Monday, February 26, 2018 by David Williams
The human memory is a fragile and often misunderstood thing. It’s well-known that the brain is the organ that is largely responsible for its formation and consolidation, although there is clearly so much more to it that experts still need to learn. A new set of studies helps make sense of the fact that some people tend to memorize some things better than others — and the difference may be a lot simpler than you think.
According to a report on studies on human memory, simply taking some occasional down time — that is, doing absolutely nothing at all — can do wonders for your memory. As the report states, all you’d have to do is just to dim the lights, sit back, and relax for about 10 to 15 minutes.
The researchers of these studies suggest that people should aim for “minimal interference” — purposely avoiding any and all activity that could get in the way of memory formation — in order to achieve the best results. That means even performing the simplest tasks such as tapping a few buttons on your phone to check email, browsing social media, or surfing the web should be postponed for later. The brain really needs to be left alone in order for it to function at its highest level.
The first researchers to ever prove that this method works to improve memory were Georg Elias Muller, a German psychologist, and Alfons Pilzecker, a student of his. It is said that they uncovered the remarkable memory-boosting benefits of undisturbed rest in a study they conducted in 1900. The researchers were said to give test participants a list of meaningless syllables to learn, but were divided into two groups: one group had a second list to learn immediately, while another was given a six-minute break before continuing.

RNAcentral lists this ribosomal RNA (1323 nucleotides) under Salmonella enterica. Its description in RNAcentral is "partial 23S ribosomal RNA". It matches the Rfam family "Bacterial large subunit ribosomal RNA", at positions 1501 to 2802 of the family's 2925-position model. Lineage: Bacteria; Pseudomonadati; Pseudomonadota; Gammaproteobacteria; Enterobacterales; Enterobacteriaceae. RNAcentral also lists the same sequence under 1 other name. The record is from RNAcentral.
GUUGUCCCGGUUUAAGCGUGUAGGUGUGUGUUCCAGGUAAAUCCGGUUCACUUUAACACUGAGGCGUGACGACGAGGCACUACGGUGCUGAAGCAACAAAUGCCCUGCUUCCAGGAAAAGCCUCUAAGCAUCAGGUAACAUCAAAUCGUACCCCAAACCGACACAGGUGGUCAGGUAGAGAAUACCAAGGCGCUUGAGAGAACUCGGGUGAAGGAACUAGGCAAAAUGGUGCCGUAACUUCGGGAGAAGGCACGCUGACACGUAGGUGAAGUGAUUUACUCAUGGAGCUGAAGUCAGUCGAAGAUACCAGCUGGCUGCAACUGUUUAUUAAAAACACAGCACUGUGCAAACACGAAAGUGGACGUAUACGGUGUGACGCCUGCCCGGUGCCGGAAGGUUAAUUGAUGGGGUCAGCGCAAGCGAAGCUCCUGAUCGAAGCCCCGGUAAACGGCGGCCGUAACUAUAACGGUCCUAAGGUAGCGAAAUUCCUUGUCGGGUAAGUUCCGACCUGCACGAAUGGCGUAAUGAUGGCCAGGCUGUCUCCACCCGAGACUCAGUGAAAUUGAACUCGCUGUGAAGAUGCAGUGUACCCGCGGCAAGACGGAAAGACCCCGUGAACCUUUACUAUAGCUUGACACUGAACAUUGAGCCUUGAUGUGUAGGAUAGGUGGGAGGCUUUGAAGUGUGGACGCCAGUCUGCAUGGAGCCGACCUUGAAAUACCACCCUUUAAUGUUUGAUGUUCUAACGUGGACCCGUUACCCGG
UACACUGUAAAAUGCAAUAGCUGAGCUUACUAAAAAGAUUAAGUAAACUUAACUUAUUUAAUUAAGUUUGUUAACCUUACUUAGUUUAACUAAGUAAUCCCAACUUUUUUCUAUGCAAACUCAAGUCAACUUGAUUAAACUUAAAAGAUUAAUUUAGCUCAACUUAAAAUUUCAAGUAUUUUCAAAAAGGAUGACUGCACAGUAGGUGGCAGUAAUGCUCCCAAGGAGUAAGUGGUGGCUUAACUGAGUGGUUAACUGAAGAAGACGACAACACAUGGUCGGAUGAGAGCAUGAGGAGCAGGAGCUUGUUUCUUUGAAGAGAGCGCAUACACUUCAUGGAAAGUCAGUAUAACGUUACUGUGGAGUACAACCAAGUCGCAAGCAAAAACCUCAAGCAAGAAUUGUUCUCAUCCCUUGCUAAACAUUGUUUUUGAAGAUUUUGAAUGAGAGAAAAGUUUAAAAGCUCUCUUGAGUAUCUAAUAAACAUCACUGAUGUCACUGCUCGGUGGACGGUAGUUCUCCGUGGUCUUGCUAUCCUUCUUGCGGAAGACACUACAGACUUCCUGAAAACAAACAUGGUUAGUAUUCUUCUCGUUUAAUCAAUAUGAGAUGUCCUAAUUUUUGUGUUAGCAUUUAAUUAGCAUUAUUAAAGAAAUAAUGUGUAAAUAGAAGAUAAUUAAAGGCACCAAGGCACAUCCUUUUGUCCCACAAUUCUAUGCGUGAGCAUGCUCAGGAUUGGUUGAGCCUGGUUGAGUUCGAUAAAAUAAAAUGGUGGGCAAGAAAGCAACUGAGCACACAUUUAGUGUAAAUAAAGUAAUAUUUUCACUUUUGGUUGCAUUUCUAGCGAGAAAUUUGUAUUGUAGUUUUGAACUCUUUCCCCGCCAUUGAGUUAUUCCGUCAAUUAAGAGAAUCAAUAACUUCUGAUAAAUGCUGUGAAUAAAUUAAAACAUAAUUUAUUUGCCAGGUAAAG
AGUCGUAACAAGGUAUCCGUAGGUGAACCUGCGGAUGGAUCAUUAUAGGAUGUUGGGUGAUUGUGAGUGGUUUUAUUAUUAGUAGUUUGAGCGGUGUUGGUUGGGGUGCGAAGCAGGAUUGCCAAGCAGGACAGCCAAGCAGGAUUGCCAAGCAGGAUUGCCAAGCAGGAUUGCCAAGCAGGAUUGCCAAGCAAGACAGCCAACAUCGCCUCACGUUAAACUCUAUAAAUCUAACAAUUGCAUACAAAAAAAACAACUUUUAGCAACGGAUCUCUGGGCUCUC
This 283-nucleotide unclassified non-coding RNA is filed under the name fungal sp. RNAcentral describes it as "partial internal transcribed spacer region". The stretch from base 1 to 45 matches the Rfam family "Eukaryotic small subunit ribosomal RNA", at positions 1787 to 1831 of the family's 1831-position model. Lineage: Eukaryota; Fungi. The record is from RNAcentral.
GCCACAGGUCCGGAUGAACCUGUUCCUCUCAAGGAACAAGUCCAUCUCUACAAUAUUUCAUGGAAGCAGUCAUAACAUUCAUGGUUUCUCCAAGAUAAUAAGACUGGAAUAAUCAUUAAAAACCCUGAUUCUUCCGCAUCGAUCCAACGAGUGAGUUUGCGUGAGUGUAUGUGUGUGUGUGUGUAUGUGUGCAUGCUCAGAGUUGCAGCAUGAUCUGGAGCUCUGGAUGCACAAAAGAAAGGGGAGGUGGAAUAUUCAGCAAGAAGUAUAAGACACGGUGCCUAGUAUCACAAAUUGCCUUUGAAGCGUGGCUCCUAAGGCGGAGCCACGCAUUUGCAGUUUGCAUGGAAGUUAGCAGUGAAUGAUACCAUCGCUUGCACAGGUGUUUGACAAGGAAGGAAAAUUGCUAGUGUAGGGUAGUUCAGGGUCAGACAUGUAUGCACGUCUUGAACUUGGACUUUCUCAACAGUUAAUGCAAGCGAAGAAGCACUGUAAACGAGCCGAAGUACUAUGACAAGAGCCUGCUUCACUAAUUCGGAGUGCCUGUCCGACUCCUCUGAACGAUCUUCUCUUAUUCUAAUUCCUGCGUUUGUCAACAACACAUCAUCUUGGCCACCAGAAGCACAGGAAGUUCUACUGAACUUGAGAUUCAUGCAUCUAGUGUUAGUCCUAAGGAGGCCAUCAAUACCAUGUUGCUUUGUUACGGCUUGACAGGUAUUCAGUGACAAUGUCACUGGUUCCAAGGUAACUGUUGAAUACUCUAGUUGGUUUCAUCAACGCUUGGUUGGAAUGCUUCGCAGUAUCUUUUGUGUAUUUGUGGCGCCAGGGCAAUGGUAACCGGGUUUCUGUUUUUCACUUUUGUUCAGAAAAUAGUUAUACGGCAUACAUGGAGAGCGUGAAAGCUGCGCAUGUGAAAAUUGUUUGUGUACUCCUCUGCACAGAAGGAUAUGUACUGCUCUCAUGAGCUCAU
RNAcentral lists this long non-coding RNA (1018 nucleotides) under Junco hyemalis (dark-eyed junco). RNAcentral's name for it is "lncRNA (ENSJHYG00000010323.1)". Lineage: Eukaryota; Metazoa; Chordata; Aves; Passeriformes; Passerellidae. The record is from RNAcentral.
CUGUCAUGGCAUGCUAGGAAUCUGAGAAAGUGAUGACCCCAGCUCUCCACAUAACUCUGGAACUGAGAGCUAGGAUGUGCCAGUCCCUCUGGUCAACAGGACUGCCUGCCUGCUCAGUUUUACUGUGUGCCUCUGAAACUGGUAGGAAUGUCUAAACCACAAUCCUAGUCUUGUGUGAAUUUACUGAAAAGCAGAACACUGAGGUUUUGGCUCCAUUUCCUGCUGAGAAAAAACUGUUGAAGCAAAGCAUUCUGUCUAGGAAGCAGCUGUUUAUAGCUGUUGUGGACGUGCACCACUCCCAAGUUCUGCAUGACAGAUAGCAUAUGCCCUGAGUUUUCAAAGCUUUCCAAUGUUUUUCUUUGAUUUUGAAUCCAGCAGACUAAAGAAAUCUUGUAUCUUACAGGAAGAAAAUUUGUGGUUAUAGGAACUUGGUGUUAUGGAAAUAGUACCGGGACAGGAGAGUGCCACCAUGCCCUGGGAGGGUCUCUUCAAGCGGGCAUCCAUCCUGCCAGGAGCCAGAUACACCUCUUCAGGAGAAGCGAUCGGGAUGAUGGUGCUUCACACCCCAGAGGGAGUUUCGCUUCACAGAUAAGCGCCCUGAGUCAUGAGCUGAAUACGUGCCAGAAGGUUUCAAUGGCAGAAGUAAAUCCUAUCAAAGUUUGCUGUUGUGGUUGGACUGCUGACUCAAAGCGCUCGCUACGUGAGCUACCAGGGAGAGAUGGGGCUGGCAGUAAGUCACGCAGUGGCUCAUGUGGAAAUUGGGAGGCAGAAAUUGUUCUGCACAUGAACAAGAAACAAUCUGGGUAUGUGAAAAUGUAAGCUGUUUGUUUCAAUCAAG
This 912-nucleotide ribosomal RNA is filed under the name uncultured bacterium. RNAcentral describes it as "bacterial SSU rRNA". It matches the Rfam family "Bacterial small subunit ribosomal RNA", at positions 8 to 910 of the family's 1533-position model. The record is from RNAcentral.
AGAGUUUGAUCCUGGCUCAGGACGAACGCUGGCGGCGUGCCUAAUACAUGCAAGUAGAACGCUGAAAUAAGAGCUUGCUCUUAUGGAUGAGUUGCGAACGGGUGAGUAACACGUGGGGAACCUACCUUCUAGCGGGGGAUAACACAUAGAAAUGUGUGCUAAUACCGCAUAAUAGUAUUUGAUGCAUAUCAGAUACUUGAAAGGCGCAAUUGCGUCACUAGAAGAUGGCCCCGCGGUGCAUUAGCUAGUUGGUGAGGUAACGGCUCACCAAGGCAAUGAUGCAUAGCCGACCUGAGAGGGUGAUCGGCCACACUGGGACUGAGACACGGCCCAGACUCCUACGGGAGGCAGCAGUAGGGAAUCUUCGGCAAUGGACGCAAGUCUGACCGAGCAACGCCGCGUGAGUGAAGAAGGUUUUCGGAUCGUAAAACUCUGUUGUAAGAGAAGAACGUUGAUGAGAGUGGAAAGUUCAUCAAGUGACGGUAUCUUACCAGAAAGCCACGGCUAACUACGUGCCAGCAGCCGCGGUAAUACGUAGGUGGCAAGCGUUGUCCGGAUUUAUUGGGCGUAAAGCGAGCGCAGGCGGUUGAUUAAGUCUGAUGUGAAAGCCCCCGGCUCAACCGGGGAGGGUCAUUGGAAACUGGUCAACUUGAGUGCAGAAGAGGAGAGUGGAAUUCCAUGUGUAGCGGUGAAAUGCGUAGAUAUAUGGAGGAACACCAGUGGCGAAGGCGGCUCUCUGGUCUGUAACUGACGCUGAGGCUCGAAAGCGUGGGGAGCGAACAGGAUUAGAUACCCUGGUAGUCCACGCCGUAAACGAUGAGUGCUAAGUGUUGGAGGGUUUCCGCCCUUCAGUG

The research results showed that the group that was given a break remembered almost 50 percent of the syllables on their list, while those who had been tasked with learning a new set of syllables right away only remembered about 28 percent of them. Based on this, experts concluded that human memory for new formation is especially fragile, mainly after it has just been encoded, which means it is highly susceptible to interference from new information.
In later studies, other experts were able to find that these sorts of breaks were also able to improve the brain in other ways, namely increased spatial awareness, as well as improvements to the brain condition in Alzheimer’s patients. It’s not exactly clear how the method works to improve the brain’s ability to form memories, but some experts theorize that the downtime is used by the brain to further cement the new knowledge that it had just acquired for later usage.
For students, researchers say that these benefits could lead to increases in their grades, which may be crucial during certain periods. Just like electronic devices that need to be recharged, it seems that the brain needs some rest to function as well as it can, too.